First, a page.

From individual action to teamwork - we can do it!
 

Taking Action

for Puget Sound and the Earth
-the big picture

We love the Puget Sound area. But keeping it healthy and productive takes teamwork.

Governmental commitments to action are a direct response to public concern about protecting and cleaning up the Sound. Local watershed management committees need your help. Our involvement in the public process is as important as taking the personal steps outlined in the previous chapters of this book.

Many community groups have already organized activities and projects designed to improve water quality. Garden clubs, church and scout groups, civic associations and service organizations, environmental and business groups, all have a stake in improving local water quality. If you belong to one of these groups, consider devoting one or more meetings to learning about water quality issues in your local area and in the region. You could feature a knowledgeable speaker, show a film, organize a panel discussion with local officials, or sponsor a half-day workshop on water quality issues.

Your county or city planning department or any number of Puget Sound advocacy organizations can help you find speakers for your meeting. The list of resources in the next chapter can also help you find speakers, as well as films and slide shows. Your group should plan to visit the locations of the problems discussed in your meeting about the Sound. If your local sewage treatment plant or landfill gives you cause for concern, arrange a tour and learn first-hand. Invite your city or county council member along.

The Adopt A Stream Handbook
(available by calling 1-800-441-4115) will help you find and diagnose potential problems. Walking the stream or shoreline can alert you to erosion problems, debris, highway and construction runoff, excessive algal growth, poisoned fish, foul smells, and direct discharges into the waterway. Mark the location of potential problems on a map, which your county government may be willing to provide for just that purpose.

The next step might be to organize a community stream clean-up to restore the stream and community pride in it. Once you become involved, the actions needed and how to accomplish them will become obvious. Your individual actions may be as simple as educating your neighbor about recycling aluminum cans or as complex as taking part in comprehensive plan development and zoning for your city or county.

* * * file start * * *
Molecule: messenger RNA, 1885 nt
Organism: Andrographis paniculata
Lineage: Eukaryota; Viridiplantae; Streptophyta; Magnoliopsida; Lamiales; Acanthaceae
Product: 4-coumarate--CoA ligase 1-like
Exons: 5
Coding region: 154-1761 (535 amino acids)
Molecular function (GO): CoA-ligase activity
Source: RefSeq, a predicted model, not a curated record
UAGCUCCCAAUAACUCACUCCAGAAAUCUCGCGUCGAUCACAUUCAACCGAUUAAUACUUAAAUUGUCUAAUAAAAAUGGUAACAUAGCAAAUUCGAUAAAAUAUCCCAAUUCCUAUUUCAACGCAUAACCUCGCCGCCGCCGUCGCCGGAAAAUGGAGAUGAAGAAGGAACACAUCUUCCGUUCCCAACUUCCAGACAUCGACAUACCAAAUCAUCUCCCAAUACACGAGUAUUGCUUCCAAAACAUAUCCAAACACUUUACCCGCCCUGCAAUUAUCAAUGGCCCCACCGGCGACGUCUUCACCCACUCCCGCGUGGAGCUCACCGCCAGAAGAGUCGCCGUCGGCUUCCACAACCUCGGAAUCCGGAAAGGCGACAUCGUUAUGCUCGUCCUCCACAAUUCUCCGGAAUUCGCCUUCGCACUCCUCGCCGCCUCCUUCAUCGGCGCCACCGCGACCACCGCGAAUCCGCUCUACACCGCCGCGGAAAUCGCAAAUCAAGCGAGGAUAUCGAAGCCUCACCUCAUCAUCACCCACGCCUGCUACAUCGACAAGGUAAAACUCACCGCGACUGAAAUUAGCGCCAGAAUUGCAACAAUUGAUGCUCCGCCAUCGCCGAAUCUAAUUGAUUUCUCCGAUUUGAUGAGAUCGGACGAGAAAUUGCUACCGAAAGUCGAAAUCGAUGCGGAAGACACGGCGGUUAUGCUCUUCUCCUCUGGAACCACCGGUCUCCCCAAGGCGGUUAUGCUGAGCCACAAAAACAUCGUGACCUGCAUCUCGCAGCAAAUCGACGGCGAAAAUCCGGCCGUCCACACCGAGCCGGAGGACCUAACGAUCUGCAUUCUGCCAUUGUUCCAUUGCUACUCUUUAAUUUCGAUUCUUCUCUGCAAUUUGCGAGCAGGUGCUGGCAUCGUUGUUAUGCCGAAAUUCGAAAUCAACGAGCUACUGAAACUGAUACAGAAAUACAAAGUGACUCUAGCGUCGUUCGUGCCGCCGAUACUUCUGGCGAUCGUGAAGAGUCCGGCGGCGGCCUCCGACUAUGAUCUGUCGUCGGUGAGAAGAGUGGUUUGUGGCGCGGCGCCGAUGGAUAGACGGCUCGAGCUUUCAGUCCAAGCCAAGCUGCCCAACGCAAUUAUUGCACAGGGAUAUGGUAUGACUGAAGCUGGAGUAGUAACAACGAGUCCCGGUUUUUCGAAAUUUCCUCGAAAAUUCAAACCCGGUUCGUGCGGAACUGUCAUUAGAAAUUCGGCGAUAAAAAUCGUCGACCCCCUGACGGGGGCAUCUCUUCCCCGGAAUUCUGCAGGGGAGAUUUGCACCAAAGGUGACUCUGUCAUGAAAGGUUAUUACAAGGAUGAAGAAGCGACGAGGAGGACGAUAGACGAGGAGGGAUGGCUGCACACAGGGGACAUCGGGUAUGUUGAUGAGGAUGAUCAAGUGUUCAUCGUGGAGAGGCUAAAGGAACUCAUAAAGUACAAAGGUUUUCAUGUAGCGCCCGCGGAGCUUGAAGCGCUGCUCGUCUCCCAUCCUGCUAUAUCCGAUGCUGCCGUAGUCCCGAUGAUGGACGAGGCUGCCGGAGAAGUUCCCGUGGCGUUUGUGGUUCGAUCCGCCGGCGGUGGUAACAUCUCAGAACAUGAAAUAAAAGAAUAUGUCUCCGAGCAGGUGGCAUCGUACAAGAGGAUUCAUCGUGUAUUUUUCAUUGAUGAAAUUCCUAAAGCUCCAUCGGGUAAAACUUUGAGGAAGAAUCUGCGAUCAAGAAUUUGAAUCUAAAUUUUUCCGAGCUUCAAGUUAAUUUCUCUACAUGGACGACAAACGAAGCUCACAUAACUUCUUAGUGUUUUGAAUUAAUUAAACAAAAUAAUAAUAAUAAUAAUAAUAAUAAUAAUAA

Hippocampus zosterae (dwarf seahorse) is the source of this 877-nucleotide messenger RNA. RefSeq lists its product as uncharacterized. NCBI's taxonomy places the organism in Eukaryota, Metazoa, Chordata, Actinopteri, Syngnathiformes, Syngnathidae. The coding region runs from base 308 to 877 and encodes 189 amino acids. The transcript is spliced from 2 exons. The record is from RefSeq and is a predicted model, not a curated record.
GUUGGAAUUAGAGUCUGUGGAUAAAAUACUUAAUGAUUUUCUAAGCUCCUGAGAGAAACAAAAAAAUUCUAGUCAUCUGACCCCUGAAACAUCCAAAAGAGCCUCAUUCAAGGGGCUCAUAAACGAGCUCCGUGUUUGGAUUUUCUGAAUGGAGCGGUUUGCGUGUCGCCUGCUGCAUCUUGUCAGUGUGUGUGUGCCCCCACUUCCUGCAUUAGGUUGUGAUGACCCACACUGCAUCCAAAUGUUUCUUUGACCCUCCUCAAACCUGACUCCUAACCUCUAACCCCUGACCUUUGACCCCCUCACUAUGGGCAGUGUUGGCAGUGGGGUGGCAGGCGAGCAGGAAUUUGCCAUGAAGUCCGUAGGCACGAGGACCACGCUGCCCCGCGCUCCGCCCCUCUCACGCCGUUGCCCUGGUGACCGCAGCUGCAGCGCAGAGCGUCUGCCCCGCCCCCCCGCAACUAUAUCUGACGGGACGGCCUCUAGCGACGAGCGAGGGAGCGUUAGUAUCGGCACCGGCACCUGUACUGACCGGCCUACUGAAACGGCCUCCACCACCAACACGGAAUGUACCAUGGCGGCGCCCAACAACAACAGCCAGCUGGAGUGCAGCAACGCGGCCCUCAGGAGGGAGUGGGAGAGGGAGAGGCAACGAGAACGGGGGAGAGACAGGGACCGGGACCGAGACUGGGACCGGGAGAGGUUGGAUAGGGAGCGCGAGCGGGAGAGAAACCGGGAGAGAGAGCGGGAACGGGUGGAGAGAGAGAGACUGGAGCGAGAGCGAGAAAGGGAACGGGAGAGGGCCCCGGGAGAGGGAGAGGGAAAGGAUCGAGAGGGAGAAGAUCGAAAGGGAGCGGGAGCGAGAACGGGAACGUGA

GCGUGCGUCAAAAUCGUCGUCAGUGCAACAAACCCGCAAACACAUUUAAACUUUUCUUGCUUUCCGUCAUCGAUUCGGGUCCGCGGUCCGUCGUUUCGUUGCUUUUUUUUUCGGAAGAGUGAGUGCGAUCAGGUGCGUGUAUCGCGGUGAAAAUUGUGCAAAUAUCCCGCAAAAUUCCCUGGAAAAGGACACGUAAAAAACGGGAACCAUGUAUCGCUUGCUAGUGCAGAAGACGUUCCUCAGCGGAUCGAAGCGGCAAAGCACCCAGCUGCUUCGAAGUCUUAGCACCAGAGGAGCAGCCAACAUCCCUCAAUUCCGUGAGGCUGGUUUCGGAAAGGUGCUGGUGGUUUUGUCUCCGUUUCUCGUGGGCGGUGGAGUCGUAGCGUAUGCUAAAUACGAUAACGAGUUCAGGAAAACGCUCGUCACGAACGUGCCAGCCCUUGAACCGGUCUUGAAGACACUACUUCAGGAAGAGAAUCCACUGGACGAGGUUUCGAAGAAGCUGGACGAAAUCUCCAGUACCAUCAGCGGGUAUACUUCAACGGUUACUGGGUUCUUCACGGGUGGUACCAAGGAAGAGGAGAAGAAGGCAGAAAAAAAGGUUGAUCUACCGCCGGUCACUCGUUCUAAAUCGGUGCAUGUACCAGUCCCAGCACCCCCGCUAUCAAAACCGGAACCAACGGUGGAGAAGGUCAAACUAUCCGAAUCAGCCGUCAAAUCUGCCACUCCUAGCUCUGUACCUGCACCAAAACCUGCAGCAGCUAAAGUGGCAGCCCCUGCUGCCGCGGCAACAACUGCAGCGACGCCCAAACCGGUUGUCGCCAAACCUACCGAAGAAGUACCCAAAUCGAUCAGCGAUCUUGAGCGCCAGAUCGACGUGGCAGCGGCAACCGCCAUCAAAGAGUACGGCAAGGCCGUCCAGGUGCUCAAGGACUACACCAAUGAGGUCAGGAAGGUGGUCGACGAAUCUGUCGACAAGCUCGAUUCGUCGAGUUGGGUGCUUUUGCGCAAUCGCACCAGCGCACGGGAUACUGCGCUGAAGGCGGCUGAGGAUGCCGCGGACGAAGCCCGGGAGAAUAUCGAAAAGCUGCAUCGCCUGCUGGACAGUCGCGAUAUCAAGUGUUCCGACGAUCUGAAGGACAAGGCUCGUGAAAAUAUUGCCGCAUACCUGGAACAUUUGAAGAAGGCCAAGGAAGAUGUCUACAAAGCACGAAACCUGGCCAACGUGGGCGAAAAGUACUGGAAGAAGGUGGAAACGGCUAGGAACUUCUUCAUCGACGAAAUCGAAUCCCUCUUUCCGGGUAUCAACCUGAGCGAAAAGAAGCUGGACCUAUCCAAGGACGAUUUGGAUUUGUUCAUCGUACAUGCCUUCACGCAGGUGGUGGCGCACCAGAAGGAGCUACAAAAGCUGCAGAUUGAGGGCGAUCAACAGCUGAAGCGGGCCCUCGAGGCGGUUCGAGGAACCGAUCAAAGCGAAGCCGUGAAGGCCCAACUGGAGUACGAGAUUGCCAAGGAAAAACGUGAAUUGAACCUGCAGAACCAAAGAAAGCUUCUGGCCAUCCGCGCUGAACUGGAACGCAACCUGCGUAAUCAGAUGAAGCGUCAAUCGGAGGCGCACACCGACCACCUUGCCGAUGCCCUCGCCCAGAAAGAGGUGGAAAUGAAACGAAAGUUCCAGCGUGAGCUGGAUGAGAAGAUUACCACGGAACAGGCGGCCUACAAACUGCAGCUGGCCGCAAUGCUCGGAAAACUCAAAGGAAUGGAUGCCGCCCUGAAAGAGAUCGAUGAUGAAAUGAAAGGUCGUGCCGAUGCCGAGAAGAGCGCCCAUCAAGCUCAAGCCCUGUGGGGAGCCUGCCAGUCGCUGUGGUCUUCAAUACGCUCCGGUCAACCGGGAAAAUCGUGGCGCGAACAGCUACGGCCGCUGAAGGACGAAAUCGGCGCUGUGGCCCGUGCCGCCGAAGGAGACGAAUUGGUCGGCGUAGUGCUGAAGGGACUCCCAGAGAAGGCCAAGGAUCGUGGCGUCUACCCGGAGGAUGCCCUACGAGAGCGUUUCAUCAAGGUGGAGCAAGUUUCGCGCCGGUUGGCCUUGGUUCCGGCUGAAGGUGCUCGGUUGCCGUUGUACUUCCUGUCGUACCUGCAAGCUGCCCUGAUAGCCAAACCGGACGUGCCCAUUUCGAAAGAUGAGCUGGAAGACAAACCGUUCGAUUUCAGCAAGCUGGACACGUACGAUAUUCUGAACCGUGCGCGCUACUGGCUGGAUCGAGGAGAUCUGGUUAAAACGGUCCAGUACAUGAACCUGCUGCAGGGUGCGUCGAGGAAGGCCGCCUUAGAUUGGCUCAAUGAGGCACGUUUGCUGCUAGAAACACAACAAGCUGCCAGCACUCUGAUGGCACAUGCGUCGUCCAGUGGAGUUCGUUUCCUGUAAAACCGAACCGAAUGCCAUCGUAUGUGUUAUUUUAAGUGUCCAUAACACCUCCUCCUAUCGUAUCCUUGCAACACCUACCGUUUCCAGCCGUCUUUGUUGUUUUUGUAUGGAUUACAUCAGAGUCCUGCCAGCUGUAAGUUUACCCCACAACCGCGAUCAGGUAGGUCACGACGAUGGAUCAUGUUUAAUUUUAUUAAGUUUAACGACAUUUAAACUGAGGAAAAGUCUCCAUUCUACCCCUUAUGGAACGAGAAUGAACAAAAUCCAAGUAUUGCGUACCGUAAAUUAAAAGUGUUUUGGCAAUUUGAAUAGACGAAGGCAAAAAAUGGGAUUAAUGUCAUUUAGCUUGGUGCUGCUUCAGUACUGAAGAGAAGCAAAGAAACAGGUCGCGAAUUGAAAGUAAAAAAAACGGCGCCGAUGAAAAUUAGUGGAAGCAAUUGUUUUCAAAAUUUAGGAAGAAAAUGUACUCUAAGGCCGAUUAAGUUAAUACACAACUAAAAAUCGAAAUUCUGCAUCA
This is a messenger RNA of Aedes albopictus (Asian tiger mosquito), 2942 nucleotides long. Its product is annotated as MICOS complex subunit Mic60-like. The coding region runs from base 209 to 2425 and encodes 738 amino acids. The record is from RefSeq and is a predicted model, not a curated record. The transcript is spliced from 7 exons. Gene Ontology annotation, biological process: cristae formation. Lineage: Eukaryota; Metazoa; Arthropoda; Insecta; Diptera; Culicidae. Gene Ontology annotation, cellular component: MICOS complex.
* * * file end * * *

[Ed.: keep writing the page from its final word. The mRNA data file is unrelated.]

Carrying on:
Your group or civic organization can make even bigger contributions toward clean water. The cleaning of Lake Washington provides a national model for community organizations tackling an issue, becoming informed, using the scientific data, conducting publicity campaigns, and coming up with an alternate plan for action.

The health of our waters clearly depends upon the wise use of the watershed. As our population grows, controlling the effects of future growth is important. By getting involved in the planning stage, you can help limit the adverse effects of development. For more information about how you can participate in the process, call your city or county planning office.


 

Protecting the Sound:
It all begins at home
This guide can help all of us become stewards of Puget Sound. Only when we understand how our daily routines affect our waters can we restore their productivity and beauty. By taking care when disposing of household chemicals, using pesticides only when necessary, recycling oil and other materials, conserving water, planting trees, shrubs and plants, and by maintaining your lawn, you are taking steps to assure a healthy Puget Sound.

You may feel frustrated when it seems that large polluters continue their activities while you are taking steps to reduce your impact on the environment. It may even make your efforts seem insignificant.

First, our efforts are important. The cumulative effect of the million households in our watersheds represents a significant source of pollutants. So minimizing our individual impact is a worthwhile and important step.

Second, most large industries have already been mandated to change and have taken steps to reduce pollution. Resources have been budgeted to ensure that more time and money is directed toward the most severe problems.

Where to Go for Help - Resources for Taking the Next Steps